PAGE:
Blyth housing plans remain up in the air

Newsham North Farm off South Newsham Road which is subject to a planning application to demolish it and build new houses on the plot.
Newsham North Farm off South Newsham Road which is subject to a planning application to demolish it and build new houses on the plot.

There is still no final decision on plans for 42 new homes at the entrance to Blyth, despite two lengthy debates and a visit to the site.

At Tuesday’s meeting of Northumberland County Council’s planning committee, members were expected to make a decision on the development at Newsham North Farm, next to the football club, off South Newsham Road.

The committee had already discussed the scheme, which would require the demolition of the farmhouse and outbuildings on the site, at its June meeting before opting to go for a site visit.

But after more than an hour’s debate and questioning of the planning officers on Tuesday, as well as the site visit the previous day, it was clear that councillors still had significant reservations about the proposals.

They accept that the site is suitable for housing and should be developed, and therefore voted by 11 to one to defer the scheme again to give the planning officers time to try to address the outstanding issues with the developers, Galliford Try, whose agent James Hall was at the meeting.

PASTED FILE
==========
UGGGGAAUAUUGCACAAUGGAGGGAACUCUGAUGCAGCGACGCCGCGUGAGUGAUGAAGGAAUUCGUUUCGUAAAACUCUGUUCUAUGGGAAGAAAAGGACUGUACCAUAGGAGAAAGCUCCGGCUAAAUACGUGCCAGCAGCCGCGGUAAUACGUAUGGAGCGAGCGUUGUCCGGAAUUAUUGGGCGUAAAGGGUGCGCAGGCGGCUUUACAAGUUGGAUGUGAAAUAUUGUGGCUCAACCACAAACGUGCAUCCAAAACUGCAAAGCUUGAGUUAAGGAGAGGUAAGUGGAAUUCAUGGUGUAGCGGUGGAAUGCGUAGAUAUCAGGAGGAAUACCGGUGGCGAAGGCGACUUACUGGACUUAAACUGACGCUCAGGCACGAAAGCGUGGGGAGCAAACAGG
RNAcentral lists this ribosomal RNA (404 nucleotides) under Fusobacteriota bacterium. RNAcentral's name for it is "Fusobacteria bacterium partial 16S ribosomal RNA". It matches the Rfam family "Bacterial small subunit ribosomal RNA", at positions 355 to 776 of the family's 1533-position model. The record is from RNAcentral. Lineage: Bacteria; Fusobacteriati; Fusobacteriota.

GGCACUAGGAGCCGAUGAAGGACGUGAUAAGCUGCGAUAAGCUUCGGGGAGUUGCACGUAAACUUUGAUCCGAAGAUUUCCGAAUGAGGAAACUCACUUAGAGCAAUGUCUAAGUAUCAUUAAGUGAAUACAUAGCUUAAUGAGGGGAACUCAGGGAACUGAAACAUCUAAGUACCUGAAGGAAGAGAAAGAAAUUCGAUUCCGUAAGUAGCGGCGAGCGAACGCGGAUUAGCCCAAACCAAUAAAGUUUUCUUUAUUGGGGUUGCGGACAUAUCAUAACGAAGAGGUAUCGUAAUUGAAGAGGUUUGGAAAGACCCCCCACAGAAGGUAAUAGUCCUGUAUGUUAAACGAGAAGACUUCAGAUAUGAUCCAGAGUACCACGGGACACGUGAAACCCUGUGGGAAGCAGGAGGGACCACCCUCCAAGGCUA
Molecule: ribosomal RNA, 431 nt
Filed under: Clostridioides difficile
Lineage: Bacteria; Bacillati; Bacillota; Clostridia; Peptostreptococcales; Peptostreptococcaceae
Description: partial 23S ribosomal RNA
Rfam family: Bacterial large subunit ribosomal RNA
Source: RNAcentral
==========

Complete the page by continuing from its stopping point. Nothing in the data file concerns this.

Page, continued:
A major sticking point, as at the June meeting, is that the council’s public-protection team has objected as 17 of the homes, fronting onto South Newsham Road and Sandringham Drive, would require non-opening windows and mechanical ventilation due to noise levels.

Planning officer Ian Birkett explained that this objection was balanced against the positives – the re-use of the site, six affordable homes and helping to meet the shortfall of housing supply in the area – which was why the application was recommended for approval.

Another major concern is that the site will be built up behind a retaining wall in the north-east corner, which will adjoin the gardens of some of the properties on Herring Gull Close.

One of the residents, Mrs Lambert, said that ‘the roof of the nearest property will be more than 20 foot higher than the roof of my bungalow’ and that the development will lead to ‘devaluation of properties, flooding, possible subsidence and a lack of light, warmth and privacy’.

Mr Hall, on behalf of the applicants, explained that the plans had been amended since the last committee meeting in an attempt to address some of the concerns, with a change in property type in that corner leading to an increased separation distance of 18 metres from the nearest property to those on Herring Gull Close.

Coun Tony Reid said: “This site has to be developed, but it has to be developed in the right way.”

Coun Anthony Murray felt that deferral would not result in the changes they, or the neighbours, want.